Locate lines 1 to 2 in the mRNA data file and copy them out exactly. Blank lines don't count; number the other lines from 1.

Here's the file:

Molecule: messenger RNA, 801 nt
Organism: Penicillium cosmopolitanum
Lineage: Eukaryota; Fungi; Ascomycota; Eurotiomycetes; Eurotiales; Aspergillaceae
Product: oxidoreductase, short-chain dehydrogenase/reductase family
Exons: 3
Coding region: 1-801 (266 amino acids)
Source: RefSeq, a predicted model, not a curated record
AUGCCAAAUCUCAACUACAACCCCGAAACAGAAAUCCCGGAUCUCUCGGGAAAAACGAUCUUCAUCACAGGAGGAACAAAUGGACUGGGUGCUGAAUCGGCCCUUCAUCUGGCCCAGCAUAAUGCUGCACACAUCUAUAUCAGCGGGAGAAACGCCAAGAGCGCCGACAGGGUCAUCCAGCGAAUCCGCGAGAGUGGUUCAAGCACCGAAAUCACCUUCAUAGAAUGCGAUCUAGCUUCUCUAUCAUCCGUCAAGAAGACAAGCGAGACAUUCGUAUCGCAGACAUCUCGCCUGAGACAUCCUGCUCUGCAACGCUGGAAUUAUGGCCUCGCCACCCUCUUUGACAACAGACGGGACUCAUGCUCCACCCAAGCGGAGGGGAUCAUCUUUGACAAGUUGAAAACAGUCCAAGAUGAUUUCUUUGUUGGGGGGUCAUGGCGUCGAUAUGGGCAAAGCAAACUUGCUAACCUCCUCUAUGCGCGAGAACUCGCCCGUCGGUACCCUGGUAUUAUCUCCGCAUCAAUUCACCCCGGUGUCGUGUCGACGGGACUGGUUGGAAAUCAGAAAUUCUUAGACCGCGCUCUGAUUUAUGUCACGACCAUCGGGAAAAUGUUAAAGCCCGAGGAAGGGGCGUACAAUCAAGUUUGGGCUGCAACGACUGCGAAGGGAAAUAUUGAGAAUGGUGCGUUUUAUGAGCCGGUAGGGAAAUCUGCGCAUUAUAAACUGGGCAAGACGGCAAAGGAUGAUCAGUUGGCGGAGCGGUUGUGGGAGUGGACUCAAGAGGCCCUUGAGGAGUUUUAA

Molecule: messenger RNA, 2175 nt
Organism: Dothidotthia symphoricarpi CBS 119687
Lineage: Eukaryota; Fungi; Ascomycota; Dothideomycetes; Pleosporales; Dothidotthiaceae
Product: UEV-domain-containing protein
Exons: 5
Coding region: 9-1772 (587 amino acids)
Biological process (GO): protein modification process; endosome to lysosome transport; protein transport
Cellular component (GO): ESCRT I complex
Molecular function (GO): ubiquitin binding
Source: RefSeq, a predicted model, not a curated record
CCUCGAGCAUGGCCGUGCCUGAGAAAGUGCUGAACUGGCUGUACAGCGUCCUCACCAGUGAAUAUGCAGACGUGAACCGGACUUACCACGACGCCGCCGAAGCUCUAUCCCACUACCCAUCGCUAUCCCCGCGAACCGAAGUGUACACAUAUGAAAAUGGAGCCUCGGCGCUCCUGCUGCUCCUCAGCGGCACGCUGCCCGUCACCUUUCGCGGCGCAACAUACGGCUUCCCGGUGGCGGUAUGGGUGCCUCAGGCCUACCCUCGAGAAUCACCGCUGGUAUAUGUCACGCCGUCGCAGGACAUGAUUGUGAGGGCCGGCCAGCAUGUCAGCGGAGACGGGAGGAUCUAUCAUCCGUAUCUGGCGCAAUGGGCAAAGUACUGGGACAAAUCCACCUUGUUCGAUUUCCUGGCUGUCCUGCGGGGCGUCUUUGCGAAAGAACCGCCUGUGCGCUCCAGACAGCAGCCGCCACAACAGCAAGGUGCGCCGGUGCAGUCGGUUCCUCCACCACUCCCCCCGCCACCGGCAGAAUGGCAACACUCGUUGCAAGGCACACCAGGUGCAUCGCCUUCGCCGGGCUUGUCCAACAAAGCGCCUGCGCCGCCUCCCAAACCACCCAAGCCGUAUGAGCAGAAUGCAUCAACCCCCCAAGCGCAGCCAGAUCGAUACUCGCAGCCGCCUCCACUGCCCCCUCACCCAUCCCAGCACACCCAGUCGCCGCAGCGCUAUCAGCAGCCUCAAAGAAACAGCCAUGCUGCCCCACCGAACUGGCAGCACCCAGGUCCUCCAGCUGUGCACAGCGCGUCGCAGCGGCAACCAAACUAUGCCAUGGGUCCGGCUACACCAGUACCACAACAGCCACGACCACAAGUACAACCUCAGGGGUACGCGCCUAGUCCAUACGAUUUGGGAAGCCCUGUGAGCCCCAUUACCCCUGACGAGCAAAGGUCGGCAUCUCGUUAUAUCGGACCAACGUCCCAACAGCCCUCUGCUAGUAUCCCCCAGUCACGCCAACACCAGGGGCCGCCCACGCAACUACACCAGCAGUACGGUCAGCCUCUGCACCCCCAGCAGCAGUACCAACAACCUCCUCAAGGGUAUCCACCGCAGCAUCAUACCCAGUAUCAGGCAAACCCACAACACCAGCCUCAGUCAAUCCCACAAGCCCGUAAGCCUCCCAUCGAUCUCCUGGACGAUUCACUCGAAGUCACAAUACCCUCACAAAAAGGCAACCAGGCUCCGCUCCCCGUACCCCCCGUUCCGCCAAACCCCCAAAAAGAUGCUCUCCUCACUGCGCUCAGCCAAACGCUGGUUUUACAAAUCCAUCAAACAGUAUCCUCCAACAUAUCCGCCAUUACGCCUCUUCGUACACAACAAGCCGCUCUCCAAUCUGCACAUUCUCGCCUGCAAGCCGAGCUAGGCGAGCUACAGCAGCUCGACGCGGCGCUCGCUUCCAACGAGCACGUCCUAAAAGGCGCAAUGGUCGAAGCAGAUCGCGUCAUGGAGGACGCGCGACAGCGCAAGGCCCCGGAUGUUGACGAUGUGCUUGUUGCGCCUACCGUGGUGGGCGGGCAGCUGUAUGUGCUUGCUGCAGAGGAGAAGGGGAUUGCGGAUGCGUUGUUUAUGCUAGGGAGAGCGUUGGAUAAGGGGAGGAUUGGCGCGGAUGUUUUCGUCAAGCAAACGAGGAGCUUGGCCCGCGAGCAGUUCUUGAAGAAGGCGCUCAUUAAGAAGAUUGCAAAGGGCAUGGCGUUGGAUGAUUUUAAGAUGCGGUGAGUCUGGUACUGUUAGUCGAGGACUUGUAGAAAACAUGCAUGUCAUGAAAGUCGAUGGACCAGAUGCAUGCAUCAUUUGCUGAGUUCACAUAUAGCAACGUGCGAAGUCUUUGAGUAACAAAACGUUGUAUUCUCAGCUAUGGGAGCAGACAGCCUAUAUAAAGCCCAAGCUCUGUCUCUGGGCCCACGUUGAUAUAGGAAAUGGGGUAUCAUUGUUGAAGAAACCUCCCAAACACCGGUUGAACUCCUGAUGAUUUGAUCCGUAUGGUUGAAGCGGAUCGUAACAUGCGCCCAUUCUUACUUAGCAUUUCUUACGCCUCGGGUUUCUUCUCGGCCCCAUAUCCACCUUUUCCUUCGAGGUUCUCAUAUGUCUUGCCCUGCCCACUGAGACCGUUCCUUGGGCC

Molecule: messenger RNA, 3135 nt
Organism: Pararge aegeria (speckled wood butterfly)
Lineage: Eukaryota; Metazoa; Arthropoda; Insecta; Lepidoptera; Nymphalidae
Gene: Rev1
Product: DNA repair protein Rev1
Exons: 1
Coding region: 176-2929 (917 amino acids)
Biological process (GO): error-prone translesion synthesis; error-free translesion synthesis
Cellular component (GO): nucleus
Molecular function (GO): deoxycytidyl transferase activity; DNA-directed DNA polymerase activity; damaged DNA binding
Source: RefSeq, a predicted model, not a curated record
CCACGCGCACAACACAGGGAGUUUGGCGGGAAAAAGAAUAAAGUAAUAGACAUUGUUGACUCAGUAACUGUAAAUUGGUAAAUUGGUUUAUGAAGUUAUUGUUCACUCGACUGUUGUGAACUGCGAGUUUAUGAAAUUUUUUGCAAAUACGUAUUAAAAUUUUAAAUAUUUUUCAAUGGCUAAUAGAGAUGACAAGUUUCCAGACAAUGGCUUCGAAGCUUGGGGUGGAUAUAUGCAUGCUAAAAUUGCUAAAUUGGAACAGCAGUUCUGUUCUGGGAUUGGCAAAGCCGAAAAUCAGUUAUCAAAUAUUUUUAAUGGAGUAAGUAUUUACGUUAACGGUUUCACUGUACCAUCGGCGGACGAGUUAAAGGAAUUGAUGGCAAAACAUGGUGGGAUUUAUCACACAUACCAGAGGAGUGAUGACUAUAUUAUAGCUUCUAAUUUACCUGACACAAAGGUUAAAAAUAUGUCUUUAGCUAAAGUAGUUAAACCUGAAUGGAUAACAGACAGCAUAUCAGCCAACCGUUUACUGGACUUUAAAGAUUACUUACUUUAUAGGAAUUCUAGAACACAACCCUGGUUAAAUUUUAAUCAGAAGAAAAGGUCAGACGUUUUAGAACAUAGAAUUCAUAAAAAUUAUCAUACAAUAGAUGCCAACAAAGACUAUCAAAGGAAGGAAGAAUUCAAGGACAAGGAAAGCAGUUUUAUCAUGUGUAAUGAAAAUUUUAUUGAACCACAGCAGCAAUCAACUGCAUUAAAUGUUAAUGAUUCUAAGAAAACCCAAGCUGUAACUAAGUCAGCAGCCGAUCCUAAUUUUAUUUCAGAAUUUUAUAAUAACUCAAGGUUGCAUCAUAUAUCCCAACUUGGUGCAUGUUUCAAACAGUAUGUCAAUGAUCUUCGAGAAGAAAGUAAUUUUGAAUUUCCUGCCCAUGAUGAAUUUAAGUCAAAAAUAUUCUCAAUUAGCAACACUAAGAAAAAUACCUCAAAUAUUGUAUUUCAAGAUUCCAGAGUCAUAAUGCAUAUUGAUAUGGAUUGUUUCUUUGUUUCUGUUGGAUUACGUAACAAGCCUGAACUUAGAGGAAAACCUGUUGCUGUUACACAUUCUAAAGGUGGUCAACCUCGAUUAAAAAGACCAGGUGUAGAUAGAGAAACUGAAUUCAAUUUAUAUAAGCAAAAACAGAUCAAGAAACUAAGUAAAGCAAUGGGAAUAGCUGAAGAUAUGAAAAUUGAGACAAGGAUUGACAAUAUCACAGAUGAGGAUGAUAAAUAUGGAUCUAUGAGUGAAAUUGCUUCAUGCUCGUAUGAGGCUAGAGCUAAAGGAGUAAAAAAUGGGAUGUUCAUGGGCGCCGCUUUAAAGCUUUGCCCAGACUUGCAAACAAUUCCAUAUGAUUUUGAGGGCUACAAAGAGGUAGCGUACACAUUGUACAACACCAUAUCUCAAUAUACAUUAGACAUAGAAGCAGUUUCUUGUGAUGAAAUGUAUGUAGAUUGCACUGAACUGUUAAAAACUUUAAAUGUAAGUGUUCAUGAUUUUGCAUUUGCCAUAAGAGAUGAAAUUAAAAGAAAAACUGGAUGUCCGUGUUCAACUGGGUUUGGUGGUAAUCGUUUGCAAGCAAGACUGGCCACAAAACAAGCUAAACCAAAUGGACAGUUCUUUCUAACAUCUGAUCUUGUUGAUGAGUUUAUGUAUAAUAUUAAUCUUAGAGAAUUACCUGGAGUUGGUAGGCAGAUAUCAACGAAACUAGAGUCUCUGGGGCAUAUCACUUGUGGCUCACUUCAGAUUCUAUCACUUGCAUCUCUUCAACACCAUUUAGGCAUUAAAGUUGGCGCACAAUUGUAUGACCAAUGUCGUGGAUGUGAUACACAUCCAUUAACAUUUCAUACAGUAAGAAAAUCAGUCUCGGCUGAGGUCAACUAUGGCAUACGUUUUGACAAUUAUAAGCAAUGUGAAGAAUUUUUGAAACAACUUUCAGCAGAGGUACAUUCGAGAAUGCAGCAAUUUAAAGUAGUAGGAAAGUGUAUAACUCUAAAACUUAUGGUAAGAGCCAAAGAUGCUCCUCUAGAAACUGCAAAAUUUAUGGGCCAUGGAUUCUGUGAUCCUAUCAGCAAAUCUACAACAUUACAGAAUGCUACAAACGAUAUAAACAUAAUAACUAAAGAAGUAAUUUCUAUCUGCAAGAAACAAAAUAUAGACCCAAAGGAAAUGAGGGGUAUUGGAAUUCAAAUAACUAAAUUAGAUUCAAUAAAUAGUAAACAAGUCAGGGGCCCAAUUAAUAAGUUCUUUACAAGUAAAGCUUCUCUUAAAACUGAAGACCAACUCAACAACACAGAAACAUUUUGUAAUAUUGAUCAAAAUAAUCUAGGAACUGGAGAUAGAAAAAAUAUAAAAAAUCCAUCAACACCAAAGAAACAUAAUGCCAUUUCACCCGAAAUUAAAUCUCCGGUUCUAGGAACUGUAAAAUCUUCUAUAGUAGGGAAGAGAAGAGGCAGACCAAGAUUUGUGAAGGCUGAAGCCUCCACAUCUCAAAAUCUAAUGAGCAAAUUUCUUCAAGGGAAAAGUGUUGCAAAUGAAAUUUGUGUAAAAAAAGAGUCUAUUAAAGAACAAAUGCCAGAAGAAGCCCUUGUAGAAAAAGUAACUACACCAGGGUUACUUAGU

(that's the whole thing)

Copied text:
Molecule: messenger RNA, 801 nt
Organism: Penicillium cosmopolitanum